Jun 212012
 

The popular 1960s tv comedy Green Acres told of a city slicker couple’s challenges adapting to the countryside. Don’t let it put you off considering a similar strategy.

Most preppers seek to cling to their current lifestyles as long as possible.  This is as true of the surgeon with his $500,000+ income as it is an office or blue-collar worker with a $50,000- income.

So people prepare for an alternate life and alternate world that would greet them if/when they ever needed to respond to a Level 2/3 scenario and evacuate to their carefully prepared retreat, while maintaining their current vulnerable lifestyle.  Their preparations embody a mix of anxious concern and desire to retain as much of life’s current experiences and perceived benefits as possible, for as long as possible.

Don’t get us wrong.  This is understandable.  We all have many ties that bind us to our current lives and communities.  There are our jobs, of course.  Maybe we have children (or, for that matter, aged parents) who also cause us to want to stay in an area.  There is our established network of friend and contacts, our current reasonably optimized lifestyle and residence, and, of course, there is inertia, resistance to change, and fear of the unknown.

There is also the fact that most of us currently live in medium/large sized cities, which for all their vulnerabilities and challenges also provide great convenience in terms of a wider range of shopping opportunities, entertainment, health-care, education, and just about everything compared to what we’d experience in the typically much smaller communities we’d move to if bugging out to our retreat location.

We repeat.  These are all valid points, and for many people, it makes sense to continue to lead their present life as best they can, while also prudently preparing for a possible future breakdown in current lifestyles.

In these cases, you of course also need to consider how you’ll get to your retreat WTSHTF and what the ‘trigger events’ are that would cause you to start such a process.  There’s no point in having a retreat waiting for you if you can’t get to it; and if an EMP disables your vehicle, or if an earthquake or other natural disaster closes the roads, or if a mass exodus of fellow citizens clogs the roads to the point of impossibility, the issue of how to get to the retreat suddenly changes from already potentially challenging to a massive problem (but not one without solutions).

We have an entire section of this site with helpful articles about ‘bugging out’ and evacuating to a retreat.

There is also the consideration that if you did suddenly need to withdraw to your retreat, you’d be arriving ‘cold’.  Sure, you might have a supply of long-life seeds to make a start on gardening whenever the next growing season begins, and sure, you probably have plenty of dried and other food stored to tide you over until you get closer to self-sufficiency, but the fact remains that you’re suddenly jumping into the deep end of the pool, with perhaps untested skills, untested resources, and untested just about everything.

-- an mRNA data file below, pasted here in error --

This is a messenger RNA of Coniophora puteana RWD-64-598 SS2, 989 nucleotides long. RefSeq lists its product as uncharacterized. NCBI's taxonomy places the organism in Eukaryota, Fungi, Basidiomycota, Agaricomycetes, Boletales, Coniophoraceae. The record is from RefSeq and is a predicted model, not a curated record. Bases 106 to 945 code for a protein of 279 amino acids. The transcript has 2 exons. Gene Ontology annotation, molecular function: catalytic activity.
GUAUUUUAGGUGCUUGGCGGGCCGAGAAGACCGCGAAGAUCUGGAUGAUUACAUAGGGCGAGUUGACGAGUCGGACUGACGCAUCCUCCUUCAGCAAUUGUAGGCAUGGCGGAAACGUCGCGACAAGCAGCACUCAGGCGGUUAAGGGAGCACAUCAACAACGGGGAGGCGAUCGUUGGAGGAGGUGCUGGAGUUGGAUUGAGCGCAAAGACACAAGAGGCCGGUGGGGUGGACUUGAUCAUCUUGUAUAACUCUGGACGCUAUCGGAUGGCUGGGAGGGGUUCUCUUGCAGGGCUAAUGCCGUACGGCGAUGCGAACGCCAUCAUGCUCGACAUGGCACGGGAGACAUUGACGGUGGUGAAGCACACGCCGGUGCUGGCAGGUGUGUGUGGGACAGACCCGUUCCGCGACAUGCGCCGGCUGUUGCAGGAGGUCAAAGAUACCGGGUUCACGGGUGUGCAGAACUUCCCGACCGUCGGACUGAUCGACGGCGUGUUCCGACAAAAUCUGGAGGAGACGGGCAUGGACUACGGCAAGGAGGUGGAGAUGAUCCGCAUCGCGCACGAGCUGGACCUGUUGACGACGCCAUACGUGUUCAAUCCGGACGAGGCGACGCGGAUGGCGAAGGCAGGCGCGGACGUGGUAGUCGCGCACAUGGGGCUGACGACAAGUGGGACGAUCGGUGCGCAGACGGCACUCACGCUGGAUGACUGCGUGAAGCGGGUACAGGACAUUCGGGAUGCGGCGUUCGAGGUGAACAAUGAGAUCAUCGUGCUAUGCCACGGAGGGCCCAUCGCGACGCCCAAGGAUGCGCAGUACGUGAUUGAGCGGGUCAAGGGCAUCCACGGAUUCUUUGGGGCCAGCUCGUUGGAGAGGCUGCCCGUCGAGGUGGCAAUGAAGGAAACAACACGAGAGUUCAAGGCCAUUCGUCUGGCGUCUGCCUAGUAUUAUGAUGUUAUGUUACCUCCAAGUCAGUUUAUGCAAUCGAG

This is a bit of a worry.  If you’ve not had some seasons of crop planting, you really don’t know what to expect in terms of water and fertilizer, soil quality, bugs and diseases, yields, and so on.  You don’t know which crops will grow best and which don’t really work as well as expected.  You’re not sure if your projections and assumptions are valid or not.

You’re also appearing ‘out of nowhere’ and hoping to be accepted into whatever local community exists in the area at a time when all such communities will become very inward looking and resistant to welcoming in more outsiders – unless, of course, such outsiders bring with them definite skills or resources that will clearly benefit the community.

There are strategies and approaches to managing these considerations.  None of these issues are ‘fatal’ or without solutions.

For example, some people have caretakers already residing at their retreat location, with the caretaker or caretakers managing the farming of the land and other aspects of the retreat, so that you’d arrive to find successful ongoing sustaining operations underway, and an established history and knowledge of what grows and how to grow it best.  If a location is well-chosen and being well farmed, these caretakers will pay their own way and maybe even generate a bit of profit too.  There’s no downside and a lot of upside to that type of situation.

If you choose the lower cost option of joining a Code Green Community, you’d also be moving to an area that was already underway with farming operations, and you’d simply help ramp up those activities (and possibly also compensate with more manpower due to the use of machinery becoming more constrained).  This addresses many of the problems of moving to an area ‘cold’, with no contacts, no community, and no experience and knowledge of what to expect.